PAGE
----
Clarice’s fingers kneaded into Thaddeus’s non-poofy fur.
Thaddeus’s glare stayed on Hermes’s spindly fingers. The wizard drew the flower to his lips and let out a stream of breath. The fluffy white dandelion seeds separated from the stem and danced through the air. They twirled towards the throne. They brushed the king’s nose, and he sneezed.
One parasol-shaped seed touched down on Thaddeus’s snout. It balanced for one moment, and the kitten’s eyes crossed trying to focus on it. Then it exploded in a miniature starburst. Thaddeus inhaled the sparks. They trickled through his body, cold and tingly. His fur expanded, lengthening and puffing.
Clarice cried out. She held Thaddeus up, his hind legs dangling. Though her hazel eyes were poor mirrors, Thaddeus could tell, from the extra warmth, that he was now undeniably fluffy.
“That is remarkable.” The king clapped his hands. “Hermes you have done it a . . . ah . . . choo!” The king let forth a thunderous sneeze.
“Bless you!” exclaimed the entire court.
The king’s eyes watered. His nose wrinkled. Another sneeze exploded through the throne room. As if in answer or echo, a lady in the crowd kerchewed. Soon lords and ladies, knights and knaves, were caught in the throes of sneezing fits.
Thaddeus winced and turned away from the scene. Humans could be nasty. Cat sneezes were much quieter.
“What has happened?” King Victor wheezed. “This isn’t . . . the . . .right season. . .for . . . hayfever. Ahchoo!”
All eyes, the dry and the watering alike, turned to Hermes.
The wizard stroked his beard and shuffled his feet. “Er, it seems I have miscalculated the consequences of this particular enchantment. I shall try to reverse it.”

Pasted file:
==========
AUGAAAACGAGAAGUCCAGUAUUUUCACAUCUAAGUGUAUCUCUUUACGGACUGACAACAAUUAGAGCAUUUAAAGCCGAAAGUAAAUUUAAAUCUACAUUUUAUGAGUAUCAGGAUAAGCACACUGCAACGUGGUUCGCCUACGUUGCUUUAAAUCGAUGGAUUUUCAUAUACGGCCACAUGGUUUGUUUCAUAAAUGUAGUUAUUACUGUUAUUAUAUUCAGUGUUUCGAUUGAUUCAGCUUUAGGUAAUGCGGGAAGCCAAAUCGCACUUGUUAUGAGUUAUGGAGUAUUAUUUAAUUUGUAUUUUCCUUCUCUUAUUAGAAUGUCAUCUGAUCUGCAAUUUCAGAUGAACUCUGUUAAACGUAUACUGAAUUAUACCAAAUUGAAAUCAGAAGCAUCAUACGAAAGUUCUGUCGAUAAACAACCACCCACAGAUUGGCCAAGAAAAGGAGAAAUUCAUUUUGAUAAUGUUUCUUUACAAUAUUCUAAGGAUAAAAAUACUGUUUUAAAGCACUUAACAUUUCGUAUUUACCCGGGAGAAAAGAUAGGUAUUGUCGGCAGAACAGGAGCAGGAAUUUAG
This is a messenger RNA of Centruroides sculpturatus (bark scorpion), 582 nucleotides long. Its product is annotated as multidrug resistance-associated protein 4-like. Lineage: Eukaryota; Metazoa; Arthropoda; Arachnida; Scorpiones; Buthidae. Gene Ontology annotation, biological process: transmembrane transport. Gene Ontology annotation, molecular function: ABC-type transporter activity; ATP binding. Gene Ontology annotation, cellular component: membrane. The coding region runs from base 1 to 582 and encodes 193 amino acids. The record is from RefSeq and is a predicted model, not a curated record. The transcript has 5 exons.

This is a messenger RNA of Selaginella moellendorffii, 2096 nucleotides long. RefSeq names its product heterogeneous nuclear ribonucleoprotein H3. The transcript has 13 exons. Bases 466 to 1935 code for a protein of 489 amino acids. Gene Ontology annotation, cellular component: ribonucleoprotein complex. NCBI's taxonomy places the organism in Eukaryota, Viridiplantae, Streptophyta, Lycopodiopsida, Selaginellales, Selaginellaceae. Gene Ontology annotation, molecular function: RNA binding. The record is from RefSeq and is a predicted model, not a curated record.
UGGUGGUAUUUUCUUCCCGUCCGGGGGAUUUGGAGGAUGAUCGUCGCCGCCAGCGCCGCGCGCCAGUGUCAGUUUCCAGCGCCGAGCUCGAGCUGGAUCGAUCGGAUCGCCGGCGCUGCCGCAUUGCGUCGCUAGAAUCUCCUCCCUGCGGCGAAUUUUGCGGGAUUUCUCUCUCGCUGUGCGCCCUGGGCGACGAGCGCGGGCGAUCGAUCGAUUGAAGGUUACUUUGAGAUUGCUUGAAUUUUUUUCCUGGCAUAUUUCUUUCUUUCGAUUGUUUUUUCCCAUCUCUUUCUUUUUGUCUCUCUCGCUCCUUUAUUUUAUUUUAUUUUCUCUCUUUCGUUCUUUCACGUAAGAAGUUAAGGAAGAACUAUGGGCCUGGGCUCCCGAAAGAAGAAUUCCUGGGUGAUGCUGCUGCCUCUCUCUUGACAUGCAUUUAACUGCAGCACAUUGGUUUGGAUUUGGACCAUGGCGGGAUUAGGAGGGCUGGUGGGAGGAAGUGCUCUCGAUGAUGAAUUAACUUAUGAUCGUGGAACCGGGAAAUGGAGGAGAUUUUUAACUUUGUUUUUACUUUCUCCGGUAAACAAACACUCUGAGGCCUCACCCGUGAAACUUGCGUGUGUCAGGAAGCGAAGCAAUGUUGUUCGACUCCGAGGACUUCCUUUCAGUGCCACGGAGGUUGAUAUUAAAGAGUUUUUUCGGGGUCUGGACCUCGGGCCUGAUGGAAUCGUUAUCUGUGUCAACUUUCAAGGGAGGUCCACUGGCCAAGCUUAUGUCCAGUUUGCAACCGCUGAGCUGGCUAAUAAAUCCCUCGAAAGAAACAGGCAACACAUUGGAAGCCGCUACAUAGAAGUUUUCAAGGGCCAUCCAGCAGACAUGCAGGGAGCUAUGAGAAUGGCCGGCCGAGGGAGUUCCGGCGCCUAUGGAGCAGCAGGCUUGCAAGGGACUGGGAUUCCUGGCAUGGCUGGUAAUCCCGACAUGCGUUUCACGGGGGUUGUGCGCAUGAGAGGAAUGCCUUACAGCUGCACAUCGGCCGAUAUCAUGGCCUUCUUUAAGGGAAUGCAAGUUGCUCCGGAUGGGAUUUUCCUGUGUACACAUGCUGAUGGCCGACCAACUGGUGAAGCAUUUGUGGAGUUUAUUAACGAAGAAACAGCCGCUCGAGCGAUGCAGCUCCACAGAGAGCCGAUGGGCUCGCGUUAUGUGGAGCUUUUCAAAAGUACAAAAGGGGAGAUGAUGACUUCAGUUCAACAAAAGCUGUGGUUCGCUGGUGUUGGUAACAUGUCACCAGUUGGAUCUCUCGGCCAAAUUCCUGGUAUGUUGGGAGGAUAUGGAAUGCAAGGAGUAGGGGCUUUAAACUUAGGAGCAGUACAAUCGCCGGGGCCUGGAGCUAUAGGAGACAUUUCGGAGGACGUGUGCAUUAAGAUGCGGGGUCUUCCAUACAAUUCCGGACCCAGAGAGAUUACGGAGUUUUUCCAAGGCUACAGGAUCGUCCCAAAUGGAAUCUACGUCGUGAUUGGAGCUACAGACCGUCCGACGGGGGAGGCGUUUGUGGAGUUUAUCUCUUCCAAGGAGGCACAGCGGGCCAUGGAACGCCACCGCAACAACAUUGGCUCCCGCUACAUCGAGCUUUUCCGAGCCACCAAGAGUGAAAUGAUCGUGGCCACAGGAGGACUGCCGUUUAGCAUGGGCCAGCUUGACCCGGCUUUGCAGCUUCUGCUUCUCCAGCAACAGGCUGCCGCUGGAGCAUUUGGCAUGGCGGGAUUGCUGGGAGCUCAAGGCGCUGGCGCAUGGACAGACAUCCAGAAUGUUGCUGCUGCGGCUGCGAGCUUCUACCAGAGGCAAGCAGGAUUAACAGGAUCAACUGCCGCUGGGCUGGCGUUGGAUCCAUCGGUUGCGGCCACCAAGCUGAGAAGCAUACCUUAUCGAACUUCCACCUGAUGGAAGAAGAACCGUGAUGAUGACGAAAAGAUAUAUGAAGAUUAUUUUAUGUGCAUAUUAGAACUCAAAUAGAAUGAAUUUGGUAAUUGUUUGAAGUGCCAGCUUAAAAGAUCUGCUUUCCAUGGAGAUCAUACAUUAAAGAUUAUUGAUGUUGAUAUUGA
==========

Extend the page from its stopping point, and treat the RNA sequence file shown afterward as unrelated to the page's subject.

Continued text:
He took Thaddeus from Clarice. His big hands felt awkward around Thaddeus. The kitten turned up his nose in protest. He waved his hand over the kitten. Thaddeus’s fur turned blue, then red, then twisted into braided strands. His skin prickled and his whiskers vibrated.
Hermes tried magical words and mystical gestures. However, Thaddeus’s fur remained long and fuzzy, and half the court still sniffled. Hermes snapped his finger causing Thaddeus’s coat to go orange again. Thaddeus mewed in displeasure. He hissed at Hermes. “Turn me back now, you idiot!” Unfortunately, humans didn't understand cat language, and no one rushed to Thaddeus's rescue.
Hermes cleared his throat. “Perhaps I should take him to my tower and work with him there.”
“That . . . ah . . . is the best idea . . .ahchoo . . you’ve had all night.” The king waved them away.
Thaddeus shook his head. He did not want to go with Hermes. He tried to wriggle away to get to Clarice. Clarice would save him.
Clarice stood. “I want to go with Thaddeus, Daddy. I don’t get hay fever.”
“Hermes will fix him and bring him back,” the king said. “Let’s not allow this to ruin your party.”
Thaddeus kept his eyes on Clarice’s beloved face until the door to the throne room shut between them.
“Clarice!” he mewed sadly.
Hermes’s tower stuck out from the rest of the castle like a candle in a birthday cake. The wooden steps creaked beneath the wizard's feet. Thaddeus glanced through the gaps between the boards. The stairs seemed to spiral down forever.
Hermes took him through a trapdoor into a cluttered round room. A chandelier of dripping candles sprang alight at their entrance. The wizard put the kitten on a work table between a bouquet of dried herbs and a stack of dusty books. Thaddeus sneezed.